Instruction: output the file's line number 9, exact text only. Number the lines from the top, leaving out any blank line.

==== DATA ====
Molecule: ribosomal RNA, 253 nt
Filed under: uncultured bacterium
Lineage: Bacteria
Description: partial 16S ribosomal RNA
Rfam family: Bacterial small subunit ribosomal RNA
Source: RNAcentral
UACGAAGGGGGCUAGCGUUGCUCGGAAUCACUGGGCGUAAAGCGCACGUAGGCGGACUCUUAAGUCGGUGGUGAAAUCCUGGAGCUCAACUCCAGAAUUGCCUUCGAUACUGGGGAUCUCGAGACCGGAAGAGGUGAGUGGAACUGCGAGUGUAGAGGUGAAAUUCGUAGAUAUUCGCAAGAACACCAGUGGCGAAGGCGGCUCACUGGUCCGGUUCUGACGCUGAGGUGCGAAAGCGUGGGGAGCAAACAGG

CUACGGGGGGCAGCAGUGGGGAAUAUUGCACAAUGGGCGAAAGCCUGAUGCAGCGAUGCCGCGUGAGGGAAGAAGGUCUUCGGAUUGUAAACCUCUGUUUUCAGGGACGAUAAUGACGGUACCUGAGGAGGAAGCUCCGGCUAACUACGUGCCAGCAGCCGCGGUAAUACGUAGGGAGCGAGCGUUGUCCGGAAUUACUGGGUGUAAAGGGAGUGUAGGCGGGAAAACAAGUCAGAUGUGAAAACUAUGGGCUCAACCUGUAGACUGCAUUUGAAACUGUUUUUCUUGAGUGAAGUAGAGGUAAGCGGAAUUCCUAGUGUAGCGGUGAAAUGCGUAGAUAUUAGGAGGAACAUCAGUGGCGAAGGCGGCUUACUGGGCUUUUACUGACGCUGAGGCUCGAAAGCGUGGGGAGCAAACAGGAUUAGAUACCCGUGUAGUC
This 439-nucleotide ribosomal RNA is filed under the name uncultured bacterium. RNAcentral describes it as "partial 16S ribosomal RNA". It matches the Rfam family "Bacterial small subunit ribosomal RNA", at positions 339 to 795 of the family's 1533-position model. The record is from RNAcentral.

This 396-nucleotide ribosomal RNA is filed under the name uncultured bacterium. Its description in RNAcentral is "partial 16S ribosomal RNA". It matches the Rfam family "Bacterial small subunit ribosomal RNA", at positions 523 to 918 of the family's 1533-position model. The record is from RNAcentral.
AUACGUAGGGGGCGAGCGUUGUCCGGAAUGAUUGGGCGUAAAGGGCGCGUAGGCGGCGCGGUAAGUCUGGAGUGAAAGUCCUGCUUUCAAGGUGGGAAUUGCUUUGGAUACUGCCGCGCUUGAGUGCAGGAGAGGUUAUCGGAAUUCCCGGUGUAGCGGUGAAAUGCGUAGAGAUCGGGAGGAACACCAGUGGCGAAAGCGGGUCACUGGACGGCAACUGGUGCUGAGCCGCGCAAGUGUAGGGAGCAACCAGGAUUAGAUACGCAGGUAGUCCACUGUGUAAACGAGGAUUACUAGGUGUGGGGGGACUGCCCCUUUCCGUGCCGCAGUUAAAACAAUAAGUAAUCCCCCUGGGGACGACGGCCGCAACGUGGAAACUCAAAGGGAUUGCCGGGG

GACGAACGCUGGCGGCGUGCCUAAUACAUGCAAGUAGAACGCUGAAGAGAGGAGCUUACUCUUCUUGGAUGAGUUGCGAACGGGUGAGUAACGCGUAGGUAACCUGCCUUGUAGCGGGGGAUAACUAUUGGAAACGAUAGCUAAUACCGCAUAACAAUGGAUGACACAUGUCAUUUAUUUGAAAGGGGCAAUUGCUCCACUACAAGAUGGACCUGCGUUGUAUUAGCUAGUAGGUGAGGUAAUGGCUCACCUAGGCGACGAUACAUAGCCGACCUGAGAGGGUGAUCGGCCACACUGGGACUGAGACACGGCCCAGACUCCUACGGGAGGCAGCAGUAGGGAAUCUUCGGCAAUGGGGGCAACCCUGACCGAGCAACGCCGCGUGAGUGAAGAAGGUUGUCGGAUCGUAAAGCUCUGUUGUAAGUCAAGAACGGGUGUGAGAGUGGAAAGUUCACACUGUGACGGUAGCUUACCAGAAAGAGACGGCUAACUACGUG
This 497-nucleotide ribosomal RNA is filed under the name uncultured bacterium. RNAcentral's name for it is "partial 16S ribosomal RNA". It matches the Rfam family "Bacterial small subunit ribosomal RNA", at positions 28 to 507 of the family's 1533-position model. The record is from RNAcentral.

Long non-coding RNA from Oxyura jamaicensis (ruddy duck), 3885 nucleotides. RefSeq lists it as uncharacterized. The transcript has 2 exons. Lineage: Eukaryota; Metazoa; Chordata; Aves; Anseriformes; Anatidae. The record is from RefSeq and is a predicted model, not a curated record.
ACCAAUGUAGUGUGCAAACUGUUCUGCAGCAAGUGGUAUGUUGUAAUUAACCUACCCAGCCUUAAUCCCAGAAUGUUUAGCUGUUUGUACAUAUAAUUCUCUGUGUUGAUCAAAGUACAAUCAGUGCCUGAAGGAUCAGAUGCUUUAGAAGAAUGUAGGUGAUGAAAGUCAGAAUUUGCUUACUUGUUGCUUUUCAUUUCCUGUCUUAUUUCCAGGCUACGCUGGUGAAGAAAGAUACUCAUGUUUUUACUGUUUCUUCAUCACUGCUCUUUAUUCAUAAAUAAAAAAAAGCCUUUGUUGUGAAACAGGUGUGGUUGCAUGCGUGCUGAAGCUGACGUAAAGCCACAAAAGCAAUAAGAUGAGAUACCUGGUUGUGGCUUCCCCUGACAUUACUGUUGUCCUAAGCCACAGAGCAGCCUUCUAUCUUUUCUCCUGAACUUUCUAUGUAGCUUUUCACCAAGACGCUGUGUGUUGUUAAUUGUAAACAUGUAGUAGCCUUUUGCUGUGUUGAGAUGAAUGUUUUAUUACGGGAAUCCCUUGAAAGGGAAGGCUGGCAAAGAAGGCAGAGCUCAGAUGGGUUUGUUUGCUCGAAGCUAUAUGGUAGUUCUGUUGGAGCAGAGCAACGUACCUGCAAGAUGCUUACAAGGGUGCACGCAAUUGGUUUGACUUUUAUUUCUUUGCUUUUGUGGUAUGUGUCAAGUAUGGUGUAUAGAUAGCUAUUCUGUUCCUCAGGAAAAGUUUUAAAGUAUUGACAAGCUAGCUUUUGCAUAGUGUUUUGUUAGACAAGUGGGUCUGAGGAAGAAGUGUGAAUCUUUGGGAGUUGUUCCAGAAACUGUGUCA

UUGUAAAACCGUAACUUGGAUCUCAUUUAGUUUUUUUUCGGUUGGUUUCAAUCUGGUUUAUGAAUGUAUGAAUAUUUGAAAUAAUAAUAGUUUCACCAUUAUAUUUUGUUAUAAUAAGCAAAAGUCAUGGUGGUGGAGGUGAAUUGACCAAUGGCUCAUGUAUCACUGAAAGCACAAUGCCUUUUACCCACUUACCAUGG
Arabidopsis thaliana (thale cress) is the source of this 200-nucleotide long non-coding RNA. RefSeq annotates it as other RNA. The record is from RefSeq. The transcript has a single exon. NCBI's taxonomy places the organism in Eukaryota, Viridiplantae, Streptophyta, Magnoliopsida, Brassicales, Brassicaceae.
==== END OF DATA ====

This 439-nucleotide ribosomal RNA is filed under the name uncultured bacterium. RNAcentral describes it as "partial 16S ribosomal RNA". It matches the Rfam family "Bacterial small subunit ribosomal RNA", at positions 339 to 795 of the family's 1533-position model. The record is from RNAcentral.